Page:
After a presentation I gave at The Bookstore, a Glen Ellyn reporter approached my longtime friend Jenny Fischer, who works there, and asked, “Was she funny like that when she could see?”
That wasn’t the first (or the last) time someone has said something along those lines. It’s tempting to look for an upside to disability. That hardship can make you tougher. That blindness can make you a better listener. More humble. Or, I guess, make you funny.
The perception that becoming disabled changes ones character is one I’ve always struggled with, and have always been skeptical about. And Monday, listening to the radio, I finally came to understand why. I happened to tune into NPR that day just in time to catch a Fresh Air interview with journalist James Tobin about his new book The Man He Became: How FDR Defied Polio to Win the Presidency. I loved the author’s response to a question about whether polio had made Roosevelt stronger and more determined as a president. “The question doesn’t make sense to me,” Tobin said. “People either have those capacities, or they don’t.”
He acknowledged that a crisis might reveal a person’s character in sharper relief, and that perhaps Roosevelt’s disability allowed him to see himself for the strong person he was, but still, the author remained adamant that Roosevelt was a strong and determined man long before he was stricken with polio. “It gave him a kind of confidence in his own strength,” he said, adding that perhaps that sort of confidence might only come when a person is tested.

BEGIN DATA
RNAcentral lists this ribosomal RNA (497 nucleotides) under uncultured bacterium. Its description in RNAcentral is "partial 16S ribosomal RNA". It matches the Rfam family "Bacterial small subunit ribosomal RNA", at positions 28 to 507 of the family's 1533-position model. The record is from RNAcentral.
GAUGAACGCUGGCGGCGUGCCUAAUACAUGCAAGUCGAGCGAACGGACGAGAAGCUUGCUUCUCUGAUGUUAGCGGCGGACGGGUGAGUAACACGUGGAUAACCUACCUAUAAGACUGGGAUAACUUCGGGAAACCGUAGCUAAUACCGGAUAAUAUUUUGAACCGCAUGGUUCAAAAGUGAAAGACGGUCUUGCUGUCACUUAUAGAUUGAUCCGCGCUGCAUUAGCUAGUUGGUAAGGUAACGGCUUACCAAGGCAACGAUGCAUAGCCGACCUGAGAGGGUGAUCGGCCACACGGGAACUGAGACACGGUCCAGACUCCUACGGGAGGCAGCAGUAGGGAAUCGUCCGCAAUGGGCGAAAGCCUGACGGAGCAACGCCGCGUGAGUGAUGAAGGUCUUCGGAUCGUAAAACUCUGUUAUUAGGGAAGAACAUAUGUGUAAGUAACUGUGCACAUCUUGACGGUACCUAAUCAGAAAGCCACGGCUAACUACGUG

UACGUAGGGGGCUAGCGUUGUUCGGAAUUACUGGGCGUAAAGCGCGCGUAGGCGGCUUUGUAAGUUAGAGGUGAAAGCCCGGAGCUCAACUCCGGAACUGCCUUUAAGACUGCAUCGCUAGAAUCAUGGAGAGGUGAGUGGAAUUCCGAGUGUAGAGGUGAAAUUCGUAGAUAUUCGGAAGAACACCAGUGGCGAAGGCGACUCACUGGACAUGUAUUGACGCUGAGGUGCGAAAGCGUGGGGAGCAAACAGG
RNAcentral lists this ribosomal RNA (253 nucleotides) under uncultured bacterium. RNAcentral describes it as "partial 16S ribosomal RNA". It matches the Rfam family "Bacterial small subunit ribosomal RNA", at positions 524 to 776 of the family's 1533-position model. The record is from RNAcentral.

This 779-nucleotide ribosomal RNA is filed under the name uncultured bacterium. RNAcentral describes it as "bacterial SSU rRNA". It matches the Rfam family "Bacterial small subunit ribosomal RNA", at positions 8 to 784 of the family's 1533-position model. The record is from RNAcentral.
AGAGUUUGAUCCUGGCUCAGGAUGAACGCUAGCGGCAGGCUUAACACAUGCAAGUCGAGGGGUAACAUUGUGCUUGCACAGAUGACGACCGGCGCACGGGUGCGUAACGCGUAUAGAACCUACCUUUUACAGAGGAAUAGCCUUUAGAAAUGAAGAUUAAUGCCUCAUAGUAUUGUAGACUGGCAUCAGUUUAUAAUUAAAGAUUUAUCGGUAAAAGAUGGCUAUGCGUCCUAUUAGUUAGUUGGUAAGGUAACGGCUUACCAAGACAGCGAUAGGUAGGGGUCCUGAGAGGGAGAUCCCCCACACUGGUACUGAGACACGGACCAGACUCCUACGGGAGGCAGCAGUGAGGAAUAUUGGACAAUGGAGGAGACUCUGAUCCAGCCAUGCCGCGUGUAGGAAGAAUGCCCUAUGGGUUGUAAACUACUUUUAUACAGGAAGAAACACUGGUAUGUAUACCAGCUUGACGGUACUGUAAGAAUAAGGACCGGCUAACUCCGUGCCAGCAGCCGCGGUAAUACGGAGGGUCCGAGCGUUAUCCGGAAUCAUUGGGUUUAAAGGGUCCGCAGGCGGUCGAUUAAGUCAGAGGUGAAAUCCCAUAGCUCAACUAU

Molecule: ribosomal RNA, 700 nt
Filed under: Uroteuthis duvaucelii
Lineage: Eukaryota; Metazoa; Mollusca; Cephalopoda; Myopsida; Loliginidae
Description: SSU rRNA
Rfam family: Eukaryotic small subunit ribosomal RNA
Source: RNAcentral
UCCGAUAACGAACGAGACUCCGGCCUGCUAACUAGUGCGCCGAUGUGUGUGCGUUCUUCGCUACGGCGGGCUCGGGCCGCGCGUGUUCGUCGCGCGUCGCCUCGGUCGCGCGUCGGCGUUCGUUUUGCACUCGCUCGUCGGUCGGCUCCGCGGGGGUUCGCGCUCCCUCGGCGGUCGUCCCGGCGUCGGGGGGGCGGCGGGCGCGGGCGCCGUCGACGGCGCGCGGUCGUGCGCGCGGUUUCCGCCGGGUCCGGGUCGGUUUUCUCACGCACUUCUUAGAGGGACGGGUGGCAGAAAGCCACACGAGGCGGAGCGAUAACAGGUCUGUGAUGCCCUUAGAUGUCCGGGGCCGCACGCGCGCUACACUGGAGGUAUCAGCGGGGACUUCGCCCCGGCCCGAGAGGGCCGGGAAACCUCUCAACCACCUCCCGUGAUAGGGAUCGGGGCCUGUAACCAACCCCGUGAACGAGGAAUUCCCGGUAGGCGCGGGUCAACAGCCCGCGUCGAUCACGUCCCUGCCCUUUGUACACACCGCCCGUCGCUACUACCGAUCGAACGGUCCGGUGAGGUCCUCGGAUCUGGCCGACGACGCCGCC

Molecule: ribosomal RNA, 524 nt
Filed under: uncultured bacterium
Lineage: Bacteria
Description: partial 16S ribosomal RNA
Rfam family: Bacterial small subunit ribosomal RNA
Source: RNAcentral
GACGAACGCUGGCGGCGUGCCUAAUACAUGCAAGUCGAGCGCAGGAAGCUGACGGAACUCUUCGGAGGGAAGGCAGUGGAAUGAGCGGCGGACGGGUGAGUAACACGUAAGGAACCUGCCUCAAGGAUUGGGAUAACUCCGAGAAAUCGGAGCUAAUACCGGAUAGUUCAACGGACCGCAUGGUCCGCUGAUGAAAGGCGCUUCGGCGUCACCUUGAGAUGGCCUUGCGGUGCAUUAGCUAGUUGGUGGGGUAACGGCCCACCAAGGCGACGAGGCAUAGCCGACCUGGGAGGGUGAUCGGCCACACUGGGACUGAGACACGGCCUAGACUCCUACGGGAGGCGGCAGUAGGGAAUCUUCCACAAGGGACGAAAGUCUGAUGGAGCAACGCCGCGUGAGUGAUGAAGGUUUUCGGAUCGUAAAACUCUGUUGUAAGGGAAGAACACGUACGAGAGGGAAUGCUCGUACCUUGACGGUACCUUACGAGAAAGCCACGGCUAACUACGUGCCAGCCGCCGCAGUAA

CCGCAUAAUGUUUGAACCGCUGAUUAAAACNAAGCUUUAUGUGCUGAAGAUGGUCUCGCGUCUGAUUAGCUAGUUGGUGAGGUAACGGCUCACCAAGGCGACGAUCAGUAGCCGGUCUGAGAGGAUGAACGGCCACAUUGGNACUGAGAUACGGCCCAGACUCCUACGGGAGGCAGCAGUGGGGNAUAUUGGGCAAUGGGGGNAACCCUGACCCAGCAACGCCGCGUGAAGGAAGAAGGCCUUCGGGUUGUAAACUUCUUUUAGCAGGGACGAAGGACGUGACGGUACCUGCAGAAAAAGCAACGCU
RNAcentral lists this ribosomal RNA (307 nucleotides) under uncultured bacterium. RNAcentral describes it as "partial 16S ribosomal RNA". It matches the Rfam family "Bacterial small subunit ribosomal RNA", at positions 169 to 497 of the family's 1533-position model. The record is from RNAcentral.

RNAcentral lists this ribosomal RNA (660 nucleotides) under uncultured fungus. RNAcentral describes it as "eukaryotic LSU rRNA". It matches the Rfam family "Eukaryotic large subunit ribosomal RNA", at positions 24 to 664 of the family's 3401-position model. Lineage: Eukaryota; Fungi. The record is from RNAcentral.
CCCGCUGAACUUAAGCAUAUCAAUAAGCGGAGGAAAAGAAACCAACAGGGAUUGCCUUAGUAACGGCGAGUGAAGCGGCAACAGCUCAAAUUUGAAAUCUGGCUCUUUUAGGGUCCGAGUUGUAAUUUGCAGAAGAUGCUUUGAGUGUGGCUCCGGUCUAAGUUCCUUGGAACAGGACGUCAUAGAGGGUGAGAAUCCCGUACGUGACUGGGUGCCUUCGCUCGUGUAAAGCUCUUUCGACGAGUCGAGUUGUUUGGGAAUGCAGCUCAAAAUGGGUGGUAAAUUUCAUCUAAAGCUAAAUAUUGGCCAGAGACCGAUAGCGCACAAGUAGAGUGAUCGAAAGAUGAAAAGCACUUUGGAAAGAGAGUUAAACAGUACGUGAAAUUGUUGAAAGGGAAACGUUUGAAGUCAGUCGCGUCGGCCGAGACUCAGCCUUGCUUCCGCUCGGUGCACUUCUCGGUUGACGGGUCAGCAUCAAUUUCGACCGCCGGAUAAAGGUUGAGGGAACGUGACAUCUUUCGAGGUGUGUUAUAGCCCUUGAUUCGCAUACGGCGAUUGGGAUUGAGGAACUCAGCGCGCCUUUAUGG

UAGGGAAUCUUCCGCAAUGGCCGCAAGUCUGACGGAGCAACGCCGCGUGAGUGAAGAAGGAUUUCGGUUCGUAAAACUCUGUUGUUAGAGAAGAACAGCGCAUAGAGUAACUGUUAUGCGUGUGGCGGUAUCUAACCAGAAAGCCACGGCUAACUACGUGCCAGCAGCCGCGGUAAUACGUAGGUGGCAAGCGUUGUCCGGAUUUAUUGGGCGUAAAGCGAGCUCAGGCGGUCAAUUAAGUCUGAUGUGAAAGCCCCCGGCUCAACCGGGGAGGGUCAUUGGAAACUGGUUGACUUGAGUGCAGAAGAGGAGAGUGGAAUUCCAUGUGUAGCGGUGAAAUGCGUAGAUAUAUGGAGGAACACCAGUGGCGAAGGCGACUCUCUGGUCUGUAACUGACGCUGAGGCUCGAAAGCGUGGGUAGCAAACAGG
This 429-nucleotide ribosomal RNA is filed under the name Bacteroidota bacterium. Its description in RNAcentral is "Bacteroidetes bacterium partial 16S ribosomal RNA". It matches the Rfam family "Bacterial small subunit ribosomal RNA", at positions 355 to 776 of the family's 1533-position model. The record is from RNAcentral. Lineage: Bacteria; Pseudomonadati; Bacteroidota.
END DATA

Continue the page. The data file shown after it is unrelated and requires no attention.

Whatever courage, humility, attentiveness, or sense of humor I have, I owe not to blindness, but to my marvelous mother. Flo raised me — and my six older brothers and sisters — that way. .
I’ve written before about our father dying when I was three, and Flo using her strength and determination and courage to pass a high school equivalency test while still grieving, transform herself from housewife to full-time office clerk and work until her 70s to raise us on her own. Children learn a lot from watching their parents.
Flo is 97 years old now, and we’re still learning a lot from her. She’ll be heading to Chicago Thursday to share Thanksgiving dinner with my sister Bev, her husband Lon, our neighbor Brad, me and the magnificent chef, my husband Mike. I have a lot to be thankful for. Happy Thanksgiving!